"My uncle, Joel Webster, disappeared without a trace on June 1, 1949." Thus begins Vickie Phelps' novel of alienation, quest, and reconciliation. The narrator, also named Joel Webster, was born a year after the disappearance, and he knows that uncle only by stories told him by his mother. His embittered father never mentions the uncle, but heaps verbal abuse on the younger Joel in the uncle's stead. The tension increases when the younger Joel becomes a teacher rather than a farmer, and it continues until both father and mother are deceased. So at age forty, divorced and alone, the younger Joel sets out on a quest to see if the elder Joel still lives.
His quest leads him to Santa Fe, the address from which his uncle mailed occasional post cards. He finds an old Indian woman named Lila, who loved his uncle briefly before the uncle disappeared from her also. Joel receives instant hatred from the influential and treacherous Juan Hernandez—but no information about the uncle. And the tension heightens when Joel is attracted to Hernandez' granddaughter, Sierra. Nevertheless, Joel continues his quest.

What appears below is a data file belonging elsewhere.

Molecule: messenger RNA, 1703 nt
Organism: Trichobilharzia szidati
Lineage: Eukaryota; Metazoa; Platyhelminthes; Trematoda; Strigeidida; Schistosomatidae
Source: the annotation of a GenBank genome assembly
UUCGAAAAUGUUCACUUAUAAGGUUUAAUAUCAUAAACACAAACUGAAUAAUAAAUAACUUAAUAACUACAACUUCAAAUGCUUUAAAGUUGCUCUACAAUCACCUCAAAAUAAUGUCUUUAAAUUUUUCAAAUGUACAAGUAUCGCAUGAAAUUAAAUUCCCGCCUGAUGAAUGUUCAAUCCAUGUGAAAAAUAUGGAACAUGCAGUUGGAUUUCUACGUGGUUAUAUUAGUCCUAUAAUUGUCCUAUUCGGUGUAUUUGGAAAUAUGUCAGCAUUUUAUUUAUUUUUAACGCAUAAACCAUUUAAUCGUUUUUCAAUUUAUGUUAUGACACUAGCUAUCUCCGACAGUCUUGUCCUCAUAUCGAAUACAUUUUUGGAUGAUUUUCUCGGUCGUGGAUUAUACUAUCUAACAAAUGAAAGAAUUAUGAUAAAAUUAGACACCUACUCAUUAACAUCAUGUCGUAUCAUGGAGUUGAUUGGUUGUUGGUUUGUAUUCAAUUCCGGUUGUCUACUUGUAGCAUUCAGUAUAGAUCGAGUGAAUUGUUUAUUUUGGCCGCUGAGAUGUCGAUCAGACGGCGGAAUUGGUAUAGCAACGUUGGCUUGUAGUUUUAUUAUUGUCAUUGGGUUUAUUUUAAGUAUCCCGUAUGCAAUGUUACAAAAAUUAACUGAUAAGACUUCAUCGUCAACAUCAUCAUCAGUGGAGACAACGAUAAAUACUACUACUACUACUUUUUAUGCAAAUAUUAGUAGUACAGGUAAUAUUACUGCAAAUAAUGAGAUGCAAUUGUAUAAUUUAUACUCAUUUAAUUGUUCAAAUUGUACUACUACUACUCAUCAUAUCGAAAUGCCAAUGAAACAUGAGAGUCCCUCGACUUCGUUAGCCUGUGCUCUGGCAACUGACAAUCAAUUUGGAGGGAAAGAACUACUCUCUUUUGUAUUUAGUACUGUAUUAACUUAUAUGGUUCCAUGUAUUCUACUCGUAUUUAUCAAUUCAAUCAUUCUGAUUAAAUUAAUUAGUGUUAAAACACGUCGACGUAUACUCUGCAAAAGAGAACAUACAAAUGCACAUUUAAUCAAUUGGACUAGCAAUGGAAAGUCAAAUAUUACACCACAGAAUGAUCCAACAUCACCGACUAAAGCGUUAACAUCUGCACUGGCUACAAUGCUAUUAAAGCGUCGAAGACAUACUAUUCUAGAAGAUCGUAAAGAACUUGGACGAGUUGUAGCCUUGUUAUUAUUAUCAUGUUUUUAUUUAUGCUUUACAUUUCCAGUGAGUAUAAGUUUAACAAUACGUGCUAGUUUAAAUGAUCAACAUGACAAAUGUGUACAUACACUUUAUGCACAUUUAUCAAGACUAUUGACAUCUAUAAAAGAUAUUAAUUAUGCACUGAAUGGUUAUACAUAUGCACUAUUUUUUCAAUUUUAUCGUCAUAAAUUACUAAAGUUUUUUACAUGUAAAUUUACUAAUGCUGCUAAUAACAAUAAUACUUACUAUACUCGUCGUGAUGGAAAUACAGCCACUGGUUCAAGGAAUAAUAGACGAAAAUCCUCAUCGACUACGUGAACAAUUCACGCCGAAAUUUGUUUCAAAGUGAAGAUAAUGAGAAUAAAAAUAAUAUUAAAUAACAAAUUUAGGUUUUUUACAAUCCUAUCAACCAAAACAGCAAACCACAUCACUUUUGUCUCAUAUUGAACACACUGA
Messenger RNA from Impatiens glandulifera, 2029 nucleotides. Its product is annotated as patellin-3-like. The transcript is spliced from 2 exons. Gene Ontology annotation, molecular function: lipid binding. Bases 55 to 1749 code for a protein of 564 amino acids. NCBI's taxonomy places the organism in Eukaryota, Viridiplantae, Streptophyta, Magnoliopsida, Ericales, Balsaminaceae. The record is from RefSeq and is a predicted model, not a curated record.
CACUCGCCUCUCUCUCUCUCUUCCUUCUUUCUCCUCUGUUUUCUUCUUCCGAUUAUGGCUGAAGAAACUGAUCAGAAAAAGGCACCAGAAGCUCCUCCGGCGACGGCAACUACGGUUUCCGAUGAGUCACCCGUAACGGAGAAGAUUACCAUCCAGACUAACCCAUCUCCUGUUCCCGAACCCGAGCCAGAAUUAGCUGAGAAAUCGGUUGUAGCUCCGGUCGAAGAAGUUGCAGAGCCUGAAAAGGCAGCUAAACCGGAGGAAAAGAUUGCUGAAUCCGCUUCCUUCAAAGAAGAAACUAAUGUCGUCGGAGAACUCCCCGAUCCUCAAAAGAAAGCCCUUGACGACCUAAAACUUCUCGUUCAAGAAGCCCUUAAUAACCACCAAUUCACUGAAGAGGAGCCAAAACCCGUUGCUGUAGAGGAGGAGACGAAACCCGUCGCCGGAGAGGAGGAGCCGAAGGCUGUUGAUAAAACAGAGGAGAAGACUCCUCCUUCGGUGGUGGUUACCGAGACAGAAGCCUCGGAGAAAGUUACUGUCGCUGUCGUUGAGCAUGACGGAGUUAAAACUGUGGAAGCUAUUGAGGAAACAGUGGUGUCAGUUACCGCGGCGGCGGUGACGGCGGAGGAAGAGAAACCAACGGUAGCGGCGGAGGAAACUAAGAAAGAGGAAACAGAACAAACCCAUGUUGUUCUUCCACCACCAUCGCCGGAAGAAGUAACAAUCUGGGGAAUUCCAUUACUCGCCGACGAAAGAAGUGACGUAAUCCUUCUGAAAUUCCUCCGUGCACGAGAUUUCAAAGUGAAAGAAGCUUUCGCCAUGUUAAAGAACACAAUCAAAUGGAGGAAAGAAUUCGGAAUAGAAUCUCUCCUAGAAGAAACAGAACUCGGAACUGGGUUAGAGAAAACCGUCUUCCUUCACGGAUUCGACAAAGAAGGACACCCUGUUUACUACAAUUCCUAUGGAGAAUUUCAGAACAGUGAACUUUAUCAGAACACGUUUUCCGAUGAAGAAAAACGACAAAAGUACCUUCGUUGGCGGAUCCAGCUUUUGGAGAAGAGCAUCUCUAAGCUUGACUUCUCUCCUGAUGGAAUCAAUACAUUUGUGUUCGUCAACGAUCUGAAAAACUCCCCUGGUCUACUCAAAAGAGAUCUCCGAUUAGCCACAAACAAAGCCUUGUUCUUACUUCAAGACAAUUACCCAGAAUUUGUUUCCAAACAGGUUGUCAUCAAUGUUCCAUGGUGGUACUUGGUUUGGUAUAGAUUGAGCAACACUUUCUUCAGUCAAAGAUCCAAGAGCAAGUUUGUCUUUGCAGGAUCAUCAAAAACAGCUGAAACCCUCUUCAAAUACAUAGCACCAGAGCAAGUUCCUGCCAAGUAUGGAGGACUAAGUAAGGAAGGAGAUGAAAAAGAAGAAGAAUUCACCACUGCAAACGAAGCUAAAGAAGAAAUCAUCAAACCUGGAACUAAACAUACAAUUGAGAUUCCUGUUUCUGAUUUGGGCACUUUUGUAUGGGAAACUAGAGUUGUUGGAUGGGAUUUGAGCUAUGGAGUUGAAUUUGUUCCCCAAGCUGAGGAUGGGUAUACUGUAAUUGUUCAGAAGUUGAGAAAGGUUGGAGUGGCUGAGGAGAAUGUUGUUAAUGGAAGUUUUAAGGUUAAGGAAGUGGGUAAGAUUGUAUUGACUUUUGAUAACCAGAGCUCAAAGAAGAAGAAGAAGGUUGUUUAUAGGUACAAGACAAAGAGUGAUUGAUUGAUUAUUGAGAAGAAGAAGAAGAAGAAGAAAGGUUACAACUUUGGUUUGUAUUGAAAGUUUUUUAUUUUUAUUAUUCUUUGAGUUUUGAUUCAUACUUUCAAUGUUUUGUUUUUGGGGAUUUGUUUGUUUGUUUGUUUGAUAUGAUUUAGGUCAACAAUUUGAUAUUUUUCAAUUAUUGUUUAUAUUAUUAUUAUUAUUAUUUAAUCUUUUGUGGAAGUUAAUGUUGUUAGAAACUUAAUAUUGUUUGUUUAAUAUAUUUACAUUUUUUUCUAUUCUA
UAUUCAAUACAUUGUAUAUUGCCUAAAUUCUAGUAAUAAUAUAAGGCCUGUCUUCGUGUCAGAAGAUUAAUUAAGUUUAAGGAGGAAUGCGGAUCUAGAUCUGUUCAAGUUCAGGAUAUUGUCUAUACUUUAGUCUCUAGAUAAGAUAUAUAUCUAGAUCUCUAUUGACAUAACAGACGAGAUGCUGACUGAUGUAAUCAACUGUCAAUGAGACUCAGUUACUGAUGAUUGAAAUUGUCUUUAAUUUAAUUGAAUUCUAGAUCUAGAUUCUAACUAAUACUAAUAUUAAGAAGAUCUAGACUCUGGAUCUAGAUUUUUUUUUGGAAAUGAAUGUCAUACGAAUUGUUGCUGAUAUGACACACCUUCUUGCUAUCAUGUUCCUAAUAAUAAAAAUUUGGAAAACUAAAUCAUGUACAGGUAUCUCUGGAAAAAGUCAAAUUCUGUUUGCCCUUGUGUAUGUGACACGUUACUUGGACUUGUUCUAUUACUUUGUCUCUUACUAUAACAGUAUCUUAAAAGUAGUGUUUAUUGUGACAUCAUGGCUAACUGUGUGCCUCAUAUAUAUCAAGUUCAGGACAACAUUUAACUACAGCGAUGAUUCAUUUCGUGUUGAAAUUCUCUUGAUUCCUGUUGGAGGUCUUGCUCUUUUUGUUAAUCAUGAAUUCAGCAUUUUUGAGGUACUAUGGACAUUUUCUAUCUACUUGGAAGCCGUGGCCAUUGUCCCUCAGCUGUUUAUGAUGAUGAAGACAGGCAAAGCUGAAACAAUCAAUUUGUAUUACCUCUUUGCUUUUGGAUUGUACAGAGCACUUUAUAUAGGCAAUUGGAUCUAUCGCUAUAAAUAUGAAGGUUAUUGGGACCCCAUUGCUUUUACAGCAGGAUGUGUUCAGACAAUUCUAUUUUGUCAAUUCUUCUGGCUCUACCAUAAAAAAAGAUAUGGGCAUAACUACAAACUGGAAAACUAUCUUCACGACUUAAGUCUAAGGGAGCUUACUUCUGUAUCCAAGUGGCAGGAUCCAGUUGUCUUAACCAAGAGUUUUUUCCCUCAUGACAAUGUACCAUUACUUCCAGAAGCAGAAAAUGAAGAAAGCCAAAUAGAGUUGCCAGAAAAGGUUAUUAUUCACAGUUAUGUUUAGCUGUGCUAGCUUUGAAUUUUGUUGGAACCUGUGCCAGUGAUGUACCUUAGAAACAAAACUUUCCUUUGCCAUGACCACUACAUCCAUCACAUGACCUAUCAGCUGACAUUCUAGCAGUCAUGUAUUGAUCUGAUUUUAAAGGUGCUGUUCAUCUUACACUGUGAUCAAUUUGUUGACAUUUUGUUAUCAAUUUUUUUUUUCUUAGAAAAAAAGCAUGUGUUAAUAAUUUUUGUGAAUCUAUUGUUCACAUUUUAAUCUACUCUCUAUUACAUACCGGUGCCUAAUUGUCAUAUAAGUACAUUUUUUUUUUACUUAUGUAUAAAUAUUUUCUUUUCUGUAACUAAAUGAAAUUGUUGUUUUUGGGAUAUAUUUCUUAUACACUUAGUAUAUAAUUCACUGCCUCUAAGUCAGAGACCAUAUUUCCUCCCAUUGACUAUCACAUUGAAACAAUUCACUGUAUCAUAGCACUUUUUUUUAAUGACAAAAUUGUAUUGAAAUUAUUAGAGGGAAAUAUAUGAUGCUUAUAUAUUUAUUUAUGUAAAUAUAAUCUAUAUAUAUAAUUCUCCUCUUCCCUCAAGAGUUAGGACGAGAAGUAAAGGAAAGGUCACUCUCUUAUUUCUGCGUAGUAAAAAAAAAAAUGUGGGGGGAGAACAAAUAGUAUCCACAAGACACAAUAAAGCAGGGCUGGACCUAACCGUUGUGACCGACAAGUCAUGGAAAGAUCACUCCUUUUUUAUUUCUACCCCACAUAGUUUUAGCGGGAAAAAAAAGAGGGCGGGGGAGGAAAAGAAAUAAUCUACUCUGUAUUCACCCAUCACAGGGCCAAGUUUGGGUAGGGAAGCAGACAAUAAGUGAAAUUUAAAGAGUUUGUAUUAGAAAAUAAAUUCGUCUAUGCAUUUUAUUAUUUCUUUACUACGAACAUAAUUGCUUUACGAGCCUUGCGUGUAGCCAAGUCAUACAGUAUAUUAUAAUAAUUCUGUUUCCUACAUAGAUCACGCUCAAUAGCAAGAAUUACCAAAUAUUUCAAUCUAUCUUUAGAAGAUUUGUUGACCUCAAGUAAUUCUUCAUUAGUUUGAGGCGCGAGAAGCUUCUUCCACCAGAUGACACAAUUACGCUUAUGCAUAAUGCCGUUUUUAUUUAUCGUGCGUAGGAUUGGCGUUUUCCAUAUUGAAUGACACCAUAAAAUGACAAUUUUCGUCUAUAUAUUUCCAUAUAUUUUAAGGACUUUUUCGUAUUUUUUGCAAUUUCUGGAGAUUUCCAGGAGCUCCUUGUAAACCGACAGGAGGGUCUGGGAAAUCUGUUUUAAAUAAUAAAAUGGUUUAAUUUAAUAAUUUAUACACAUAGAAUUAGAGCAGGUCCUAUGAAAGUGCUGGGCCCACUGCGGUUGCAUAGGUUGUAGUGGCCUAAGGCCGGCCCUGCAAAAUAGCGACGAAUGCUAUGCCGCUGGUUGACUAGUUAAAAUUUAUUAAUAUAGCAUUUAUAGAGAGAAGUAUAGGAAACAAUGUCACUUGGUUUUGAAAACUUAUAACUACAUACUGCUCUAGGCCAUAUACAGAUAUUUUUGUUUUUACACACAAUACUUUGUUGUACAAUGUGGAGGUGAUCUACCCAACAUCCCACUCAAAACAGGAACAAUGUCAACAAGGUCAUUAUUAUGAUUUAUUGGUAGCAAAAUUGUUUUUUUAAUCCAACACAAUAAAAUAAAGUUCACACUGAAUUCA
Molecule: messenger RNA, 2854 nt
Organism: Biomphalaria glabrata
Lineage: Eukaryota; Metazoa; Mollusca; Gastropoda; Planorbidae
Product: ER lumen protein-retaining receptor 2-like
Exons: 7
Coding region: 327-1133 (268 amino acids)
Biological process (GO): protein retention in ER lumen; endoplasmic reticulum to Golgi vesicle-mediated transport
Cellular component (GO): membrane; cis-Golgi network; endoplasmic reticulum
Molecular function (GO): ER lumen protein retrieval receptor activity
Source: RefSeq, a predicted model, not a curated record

Vickie Phelps develops these materials deftly, weaving the conflicts and harmonies of the different players into an interesting blend of narrative and character study. She keeps the reader wondering: Will the younger Joel manage to lay the ghosts of his troubled past? Will he find his uncle? Will he be able to resolve his double conflicts with the vindictive Hernandez? Yet she skillfully brings these disparate materials to a satisfying conclusion. The result is a novel that will be particularly pleasing to readers who enjoy character studies in depth.
Reviewed by Donn Taylor, author of Murder Mezzo Forte, Lightning on a Quiet Night, etc.